Clausen cautions, however, that the plan could be complex to administer, depending on how it is implemented, and there are still many unanswered questions about it.

One detail missing is a definition of “comparable” when talking about company pension plans, he says. Information released so far does not specify which types of company plans would exempt employers from the ORPP. Would only registered pension plans be exempt or would group registered retirement savings plans (RRSPs) also qualify?

The initial outline for the ORPP does not address tax issues.

“The tax treatment is really not described. Will contributions be tax deductible like a pension plan or an RRSP or a tax credit like the CPP?” Clausen says. “The same thing with benefits. If you are going to cover low-income individuals, will it result in offsets of other income-tested benefits?”

There are also questions around the mandatory nature of the plan and how it could impact employees who switch jobs within Ontario or who move to another province.

“That will add to the complexity because you will have individuals who are in or out if they change employment between somebody who is in (and somebody who’s) out,” he says.

Another unknown is whether employees would be allowed to opt out.

“If there is ability for a company to opt out if they have a comparable plan, is there ability for an individual to opt out if they prefer something else?” Clausen asks.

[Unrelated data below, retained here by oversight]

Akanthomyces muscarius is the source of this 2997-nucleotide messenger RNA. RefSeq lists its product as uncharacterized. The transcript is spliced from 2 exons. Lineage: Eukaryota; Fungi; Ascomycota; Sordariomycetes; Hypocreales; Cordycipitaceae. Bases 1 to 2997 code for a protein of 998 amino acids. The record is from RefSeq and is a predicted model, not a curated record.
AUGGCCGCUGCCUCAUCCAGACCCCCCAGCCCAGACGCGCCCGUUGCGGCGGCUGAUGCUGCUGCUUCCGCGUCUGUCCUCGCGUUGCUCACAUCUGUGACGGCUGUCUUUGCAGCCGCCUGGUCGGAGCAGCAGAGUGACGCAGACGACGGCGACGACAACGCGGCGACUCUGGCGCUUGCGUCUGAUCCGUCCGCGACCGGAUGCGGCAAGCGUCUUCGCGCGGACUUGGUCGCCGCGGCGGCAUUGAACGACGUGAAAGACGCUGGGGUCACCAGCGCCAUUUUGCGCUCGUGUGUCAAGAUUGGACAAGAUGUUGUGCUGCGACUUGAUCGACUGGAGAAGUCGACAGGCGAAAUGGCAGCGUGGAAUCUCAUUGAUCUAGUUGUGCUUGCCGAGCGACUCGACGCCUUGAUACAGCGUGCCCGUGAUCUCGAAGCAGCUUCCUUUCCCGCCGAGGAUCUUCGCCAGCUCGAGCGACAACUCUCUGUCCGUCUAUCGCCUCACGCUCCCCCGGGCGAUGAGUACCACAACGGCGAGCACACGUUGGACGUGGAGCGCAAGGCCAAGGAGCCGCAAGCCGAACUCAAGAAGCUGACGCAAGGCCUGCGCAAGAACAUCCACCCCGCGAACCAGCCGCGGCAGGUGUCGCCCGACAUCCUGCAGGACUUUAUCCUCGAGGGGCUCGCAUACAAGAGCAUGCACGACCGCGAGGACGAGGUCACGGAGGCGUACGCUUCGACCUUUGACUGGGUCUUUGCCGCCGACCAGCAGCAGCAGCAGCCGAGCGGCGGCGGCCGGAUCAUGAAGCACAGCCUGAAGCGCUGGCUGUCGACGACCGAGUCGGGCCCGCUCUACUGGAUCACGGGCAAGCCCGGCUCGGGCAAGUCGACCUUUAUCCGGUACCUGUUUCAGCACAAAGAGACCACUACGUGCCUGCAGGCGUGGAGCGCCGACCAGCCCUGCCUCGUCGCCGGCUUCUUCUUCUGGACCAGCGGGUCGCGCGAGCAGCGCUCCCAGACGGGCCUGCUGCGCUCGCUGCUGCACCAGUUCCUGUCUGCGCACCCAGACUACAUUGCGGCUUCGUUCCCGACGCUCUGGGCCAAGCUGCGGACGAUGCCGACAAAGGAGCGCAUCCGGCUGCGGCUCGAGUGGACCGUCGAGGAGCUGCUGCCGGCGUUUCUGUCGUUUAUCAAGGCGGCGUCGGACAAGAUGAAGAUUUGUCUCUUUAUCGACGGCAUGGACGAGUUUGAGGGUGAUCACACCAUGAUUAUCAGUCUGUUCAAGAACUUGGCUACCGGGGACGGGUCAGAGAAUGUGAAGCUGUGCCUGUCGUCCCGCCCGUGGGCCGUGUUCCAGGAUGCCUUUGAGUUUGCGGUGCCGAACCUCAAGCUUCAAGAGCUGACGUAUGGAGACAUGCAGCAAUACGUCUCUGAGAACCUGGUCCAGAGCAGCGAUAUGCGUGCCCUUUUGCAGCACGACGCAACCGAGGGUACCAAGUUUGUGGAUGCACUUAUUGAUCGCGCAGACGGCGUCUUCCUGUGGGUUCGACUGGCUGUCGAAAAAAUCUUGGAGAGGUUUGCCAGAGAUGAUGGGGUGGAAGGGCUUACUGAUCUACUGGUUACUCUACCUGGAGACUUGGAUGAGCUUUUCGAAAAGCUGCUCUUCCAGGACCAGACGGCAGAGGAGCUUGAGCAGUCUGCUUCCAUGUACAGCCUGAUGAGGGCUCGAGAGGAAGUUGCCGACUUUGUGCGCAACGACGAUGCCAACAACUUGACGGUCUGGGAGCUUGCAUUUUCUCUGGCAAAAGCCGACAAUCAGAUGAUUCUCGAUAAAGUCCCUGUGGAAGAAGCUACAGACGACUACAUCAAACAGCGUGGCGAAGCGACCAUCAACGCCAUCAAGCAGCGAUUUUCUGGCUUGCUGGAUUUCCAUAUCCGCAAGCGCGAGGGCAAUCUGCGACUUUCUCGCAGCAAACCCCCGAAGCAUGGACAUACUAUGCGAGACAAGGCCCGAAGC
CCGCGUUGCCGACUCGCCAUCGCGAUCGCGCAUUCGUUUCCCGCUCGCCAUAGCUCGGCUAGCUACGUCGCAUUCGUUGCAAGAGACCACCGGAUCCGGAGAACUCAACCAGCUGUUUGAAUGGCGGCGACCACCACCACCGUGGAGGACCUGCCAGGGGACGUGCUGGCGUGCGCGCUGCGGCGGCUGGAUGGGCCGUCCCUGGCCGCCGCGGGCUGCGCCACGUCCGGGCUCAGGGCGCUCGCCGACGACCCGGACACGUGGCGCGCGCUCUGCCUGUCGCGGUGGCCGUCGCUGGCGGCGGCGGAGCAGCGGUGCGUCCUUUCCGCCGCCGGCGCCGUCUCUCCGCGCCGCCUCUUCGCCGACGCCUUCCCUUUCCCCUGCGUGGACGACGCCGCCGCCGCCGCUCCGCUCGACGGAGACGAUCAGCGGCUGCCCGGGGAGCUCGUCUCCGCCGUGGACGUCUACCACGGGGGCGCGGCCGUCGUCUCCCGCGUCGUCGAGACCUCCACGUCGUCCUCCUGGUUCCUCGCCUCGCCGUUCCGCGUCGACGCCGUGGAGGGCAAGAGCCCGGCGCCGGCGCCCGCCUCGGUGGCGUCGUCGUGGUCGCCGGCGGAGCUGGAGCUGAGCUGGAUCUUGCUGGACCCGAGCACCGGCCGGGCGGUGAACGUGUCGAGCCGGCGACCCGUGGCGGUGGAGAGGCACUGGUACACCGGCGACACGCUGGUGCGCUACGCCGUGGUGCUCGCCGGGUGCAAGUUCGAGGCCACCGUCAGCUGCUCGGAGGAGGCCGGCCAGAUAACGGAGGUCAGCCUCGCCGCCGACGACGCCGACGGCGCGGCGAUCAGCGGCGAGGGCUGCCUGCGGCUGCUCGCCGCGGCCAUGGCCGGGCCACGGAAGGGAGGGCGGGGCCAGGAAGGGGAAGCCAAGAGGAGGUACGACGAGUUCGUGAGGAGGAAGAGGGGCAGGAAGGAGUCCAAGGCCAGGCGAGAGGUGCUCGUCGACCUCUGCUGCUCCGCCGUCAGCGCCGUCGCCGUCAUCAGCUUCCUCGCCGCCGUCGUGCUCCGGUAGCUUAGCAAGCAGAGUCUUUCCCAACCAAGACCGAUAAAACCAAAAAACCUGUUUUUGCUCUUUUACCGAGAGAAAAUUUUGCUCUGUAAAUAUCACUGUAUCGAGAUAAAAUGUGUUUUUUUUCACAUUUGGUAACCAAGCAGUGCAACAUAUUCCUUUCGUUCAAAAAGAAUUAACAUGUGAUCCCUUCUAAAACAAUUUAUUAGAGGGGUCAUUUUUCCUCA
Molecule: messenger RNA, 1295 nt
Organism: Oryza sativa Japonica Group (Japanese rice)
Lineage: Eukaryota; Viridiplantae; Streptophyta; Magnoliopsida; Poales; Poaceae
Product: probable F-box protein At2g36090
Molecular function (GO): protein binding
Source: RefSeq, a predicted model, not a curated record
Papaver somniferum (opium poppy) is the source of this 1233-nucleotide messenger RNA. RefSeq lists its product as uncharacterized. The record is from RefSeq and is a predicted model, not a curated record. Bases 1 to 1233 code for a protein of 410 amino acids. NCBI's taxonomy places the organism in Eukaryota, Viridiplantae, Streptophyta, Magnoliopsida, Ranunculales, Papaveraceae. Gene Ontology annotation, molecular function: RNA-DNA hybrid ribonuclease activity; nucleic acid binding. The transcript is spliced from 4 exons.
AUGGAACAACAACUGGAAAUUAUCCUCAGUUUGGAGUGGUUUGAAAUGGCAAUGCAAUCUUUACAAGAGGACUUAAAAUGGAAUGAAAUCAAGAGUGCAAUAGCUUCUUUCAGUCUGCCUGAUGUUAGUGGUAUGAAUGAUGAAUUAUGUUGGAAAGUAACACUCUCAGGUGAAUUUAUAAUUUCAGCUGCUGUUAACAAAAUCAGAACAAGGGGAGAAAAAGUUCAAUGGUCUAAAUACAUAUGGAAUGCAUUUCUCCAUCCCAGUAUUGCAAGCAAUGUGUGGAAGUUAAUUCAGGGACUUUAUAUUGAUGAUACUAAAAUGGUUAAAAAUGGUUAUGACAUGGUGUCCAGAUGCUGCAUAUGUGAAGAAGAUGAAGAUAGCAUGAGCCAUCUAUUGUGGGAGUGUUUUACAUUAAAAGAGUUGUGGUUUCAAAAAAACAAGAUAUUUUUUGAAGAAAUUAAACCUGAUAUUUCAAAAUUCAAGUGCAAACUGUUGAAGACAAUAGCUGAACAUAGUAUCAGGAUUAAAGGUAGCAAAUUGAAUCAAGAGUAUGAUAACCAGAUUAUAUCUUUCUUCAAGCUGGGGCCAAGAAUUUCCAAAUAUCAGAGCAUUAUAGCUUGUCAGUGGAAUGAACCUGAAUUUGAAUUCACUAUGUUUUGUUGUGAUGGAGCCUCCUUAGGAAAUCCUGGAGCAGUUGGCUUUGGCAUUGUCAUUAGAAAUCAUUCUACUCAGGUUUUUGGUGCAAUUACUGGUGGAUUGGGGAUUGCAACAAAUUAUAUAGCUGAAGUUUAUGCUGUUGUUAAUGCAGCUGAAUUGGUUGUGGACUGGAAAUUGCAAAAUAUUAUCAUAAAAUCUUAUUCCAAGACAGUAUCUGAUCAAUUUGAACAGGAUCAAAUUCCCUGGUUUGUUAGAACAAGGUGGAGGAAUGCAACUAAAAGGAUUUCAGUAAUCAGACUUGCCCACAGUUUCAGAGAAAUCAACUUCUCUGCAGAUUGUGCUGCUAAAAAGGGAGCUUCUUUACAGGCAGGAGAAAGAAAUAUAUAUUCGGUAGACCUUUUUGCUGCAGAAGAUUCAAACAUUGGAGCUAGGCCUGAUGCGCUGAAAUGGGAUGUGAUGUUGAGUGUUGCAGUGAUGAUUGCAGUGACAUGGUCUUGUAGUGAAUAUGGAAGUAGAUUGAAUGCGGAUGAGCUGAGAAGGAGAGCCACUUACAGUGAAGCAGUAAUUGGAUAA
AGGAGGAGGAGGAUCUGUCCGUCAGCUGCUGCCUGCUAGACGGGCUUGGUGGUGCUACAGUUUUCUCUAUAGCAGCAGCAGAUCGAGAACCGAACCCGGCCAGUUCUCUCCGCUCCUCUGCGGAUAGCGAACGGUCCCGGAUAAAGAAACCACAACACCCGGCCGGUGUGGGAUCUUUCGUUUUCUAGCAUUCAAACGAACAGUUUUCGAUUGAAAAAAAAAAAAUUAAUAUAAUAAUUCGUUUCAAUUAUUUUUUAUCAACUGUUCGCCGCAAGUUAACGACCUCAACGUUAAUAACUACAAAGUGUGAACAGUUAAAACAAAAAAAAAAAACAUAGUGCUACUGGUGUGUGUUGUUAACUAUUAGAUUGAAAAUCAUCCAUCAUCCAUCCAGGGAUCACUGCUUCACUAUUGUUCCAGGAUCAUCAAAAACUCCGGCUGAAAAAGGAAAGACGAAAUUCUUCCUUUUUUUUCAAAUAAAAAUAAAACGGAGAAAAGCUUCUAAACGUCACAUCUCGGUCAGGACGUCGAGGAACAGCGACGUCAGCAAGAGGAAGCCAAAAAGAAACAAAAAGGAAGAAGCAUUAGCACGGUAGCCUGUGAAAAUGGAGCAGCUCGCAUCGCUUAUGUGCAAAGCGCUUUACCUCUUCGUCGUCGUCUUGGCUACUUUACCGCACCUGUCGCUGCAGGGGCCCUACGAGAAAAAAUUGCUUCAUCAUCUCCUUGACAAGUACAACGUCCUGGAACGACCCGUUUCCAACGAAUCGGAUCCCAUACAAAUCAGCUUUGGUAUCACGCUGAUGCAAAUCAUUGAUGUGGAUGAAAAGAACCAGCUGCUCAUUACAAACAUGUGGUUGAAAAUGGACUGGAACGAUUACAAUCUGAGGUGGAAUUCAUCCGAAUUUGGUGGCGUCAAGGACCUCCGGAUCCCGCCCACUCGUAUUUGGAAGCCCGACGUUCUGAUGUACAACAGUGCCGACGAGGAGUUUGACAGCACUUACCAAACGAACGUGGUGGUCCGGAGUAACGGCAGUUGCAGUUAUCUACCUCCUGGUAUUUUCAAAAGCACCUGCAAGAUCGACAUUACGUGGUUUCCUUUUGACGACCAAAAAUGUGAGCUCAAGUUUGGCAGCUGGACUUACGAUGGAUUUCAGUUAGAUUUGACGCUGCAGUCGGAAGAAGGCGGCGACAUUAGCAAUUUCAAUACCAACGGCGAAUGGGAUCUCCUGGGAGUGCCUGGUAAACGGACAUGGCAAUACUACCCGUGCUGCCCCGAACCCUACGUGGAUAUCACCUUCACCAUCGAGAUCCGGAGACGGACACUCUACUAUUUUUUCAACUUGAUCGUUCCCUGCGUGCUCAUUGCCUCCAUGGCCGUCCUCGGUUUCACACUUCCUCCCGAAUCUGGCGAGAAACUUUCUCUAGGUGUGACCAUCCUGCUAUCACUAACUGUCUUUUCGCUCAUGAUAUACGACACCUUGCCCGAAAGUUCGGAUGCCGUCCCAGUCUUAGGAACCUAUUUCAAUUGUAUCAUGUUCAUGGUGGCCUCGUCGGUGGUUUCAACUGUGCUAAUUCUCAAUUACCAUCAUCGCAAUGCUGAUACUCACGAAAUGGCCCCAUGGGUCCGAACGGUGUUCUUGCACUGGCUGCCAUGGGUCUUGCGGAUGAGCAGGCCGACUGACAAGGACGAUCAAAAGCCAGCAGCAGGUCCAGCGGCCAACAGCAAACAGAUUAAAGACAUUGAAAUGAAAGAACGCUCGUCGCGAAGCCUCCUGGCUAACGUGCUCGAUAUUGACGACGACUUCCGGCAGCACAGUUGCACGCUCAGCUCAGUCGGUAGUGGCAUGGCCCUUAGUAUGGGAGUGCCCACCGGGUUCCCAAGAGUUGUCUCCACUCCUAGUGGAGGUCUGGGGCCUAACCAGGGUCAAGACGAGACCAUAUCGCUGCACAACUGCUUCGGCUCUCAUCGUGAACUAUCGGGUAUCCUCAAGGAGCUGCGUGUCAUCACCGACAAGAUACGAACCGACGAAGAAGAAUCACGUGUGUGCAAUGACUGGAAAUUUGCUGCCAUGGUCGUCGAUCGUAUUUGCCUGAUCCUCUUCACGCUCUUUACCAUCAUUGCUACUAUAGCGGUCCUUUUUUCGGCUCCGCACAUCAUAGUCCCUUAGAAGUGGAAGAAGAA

Enhanced CPP a better move?

He says the ORPP has potential, but his first choice would be for the federal and provincial governments to agree to a modest enhancement to the CPP.

“It definitely would be better on a national basis without a doubt,” Clausen says. “If that’s not achievable, do you do nothing or do you do the best you can achieve?”

Ontario is not the only jurisdiction interested in a provincially run plan. Manitoba and Prince Edward Island have taken part in an advisory group Ontario set up to design the ORPP. There are reports other provinces are discussing the issue with Ontario, although it is not known whether other jurisdictions would continue with the plan on their own if a new Ontario government opted not to pursue it.

Clausen says it would be better to have more than one province implementing a pension plan like this as long as all of the provincial plans are similar.

“The CPP is meant to cover everybody, all employees, all workers. That doesn’t mean there isn’t an offering or an opportunity or a plan design that could be targeted to employees without a pension plan as a supplement to the CPP. Again, the more consistent you could have a plan, the better. If you are going to have this type of plan, you wouldn’t really want to see a completely different plan design in every single province.”

Whether or not the ORPP is implemented, Clausen says it is important that governments are discussing pension issues and considering options to help meet retirement income needs.

Clausen says Canada has a strong retirement income system with programs such as the CPP/QPP, Old Age Security, Guaranteed Income Supplement, employer pension plans and individual savings.

“We have a good selection of different tools that work to help people meet different needs,” he says. “Having a discussion about expansion of CPP or (the) Ontario plan is a positive. There is room for all of these things. We are not in a retirement savings crisis today, but that also doesn’t mean we don’t do anything. Being proactive helps make sure that we don’t end up with one.”